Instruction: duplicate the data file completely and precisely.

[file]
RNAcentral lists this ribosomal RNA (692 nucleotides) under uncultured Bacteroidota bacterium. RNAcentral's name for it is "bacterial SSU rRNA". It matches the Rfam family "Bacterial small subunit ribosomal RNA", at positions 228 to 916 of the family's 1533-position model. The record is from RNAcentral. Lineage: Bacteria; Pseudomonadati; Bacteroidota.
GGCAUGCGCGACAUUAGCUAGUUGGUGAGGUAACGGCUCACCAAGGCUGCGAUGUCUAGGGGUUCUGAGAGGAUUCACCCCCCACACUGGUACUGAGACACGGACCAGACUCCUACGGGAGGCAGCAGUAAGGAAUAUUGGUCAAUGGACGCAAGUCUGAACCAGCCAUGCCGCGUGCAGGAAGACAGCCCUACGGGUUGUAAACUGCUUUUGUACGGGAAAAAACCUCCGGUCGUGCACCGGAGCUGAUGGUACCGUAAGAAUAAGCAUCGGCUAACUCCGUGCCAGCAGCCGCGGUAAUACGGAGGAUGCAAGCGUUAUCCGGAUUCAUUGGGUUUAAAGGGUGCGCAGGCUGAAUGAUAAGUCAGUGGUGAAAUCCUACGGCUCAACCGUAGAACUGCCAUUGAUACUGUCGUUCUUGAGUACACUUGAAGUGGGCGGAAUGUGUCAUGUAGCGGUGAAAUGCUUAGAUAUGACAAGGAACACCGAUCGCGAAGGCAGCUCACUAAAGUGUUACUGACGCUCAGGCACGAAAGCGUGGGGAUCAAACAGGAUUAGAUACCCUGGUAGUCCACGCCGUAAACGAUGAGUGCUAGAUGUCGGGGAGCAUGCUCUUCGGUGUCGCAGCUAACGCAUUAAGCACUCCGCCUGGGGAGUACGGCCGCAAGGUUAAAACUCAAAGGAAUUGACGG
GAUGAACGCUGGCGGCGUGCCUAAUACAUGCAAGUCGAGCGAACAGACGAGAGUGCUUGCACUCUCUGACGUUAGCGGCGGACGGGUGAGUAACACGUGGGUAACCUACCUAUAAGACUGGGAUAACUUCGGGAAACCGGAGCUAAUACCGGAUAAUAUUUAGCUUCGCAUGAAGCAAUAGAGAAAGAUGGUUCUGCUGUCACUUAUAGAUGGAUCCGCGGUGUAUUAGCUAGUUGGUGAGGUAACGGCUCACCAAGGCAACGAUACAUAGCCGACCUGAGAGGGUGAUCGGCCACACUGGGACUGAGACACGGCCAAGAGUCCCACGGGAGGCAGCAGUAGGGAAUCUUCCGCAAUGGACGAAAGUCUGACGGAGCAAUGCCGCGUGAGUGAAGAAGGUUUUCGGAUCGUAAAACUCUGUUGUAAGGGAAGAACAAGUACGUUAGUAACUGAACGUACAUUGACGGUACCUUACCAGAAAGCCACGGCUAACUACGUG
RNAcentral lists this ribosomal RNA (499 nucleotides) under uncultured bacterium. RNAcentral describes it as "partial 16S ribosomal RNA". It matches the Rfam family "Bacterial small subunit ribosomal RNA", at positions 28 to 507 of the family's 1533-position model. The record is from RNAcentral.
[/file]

RNAcentral lists this ribosomal RNA (692 nucleotides) under uncultured Bacteroidota bacterium. RNAcentral's name for it is "bacterial SSU rRNA". It matches the Rfam family "Bacterial small subunit ribosomal RNA", at positions 228 to 916 of the family's 1533-position model. The record is from RNAcentral. Lineage: Bacteria; Pseudomonadati; Bacteroidota.
GGCAUGCGCGACAUUAGCUAGUUGGUGAGGUAACGGCUCACCAAGGCUGCGAUGUCUAGGGGUUCUGAGAGGAUUCACCCCCCACACUGGUACUGAGACACGGACCAGACUCCUACGGGAGGCAGCAGUAAGGAAUAUUGGUCAAUGGACGCAAGUCUGAACCAGCCAUGCCGCGUGCAGGAAGACAGCCCUACGGGUUGUAAACUGCUUUUGUACGGGAAAAAACCUCCGGUCGUGCACCGGAGCUGAUGGUACCGUAAGAAUAAGCAUCGGCUAACUCCGUGCCAGCAGCCGCGGUAAUACGGAGGAUGCAAGCGUUAUCCGGAUUCAUUGGGUUUAAAGGGUGCGCAGGCUGAAUGAUAAGUCAGUGGUGAAAUCCUACGGCUCAACCGUAGAACUGCCAUUGAUACUGUCGUUCUUGAGUACACUUGAAGUGGGCGGAAUGUGUCAUGUAGCGGUGAAAUGCUUAGAUAUGACAAGGAACACCGAUCGCGAAGGCAGCUCACUAAAGUGUUACUGACGCUCAGGCACGAAAGCGUGGGGAUCAAACAGGAUUAGAUACCCUGGUAGUCCACGCCGUAAACGAUGAGUGCUAGAUGUCGGGGAGCAUGCUCUUCGGUGUCGCAGCUAACGCAUUAAGCACUCCGCCUGGGGAGUACGGCCGCAAGGUUAAAACUCAAAGGAAUUGACGG
GAUGAACGCUGGCGGCGUGCCUAAUACAUGCAAGUCGAGCGAACAGACGAGAGUGCUUGCACUCUCUGACGUUAGCGGCGGACGGGUGAGUAACACGUGGGUAACCUACCUAUAAGACUGGGAUAACUUCGGGAAACCGGAGCUAAUACCGGAUAAUAUUUAGCUUCGCAUGAAGCAAUAGAGAAAGAUGGUUCUGCUGUCACUUAUAGAUGGAUCCGCGGUGUAUUAGCUAGUUGGUGAGGUAACGGCUCACCAAGGCAACGAUACAUAGCCGACCUGAGAGGGUGAUCGGCCACACUGGGACUGAGACACGGCCAAGAGUCCCACGGGAGGCAGCAGUAGGGAAUCUUCCGCAAUGGACGAAAGUCUGACGGAGCAAUGCCGCGUGAGUGAAGAAGGUUUUCGGAUCGUAAAACUCUGUUGUAAGGGAAGAACAAGUACGUUAGUAACUGAACGUACAUUGACGGUACCUUACCAGAAAGCCACGGCUAACUACGUG
RNAcentral lists this ribosomal RNA (499 nucleotides) under uncultured bacterium. RNAcentral describes it as "partial 16S ribosomal RNA". It matches the Rfam family "Bacterial small subunit ribosomal RNA", at positions 28 to 507 of the family's 1533-position model. The record is from RNAcentral.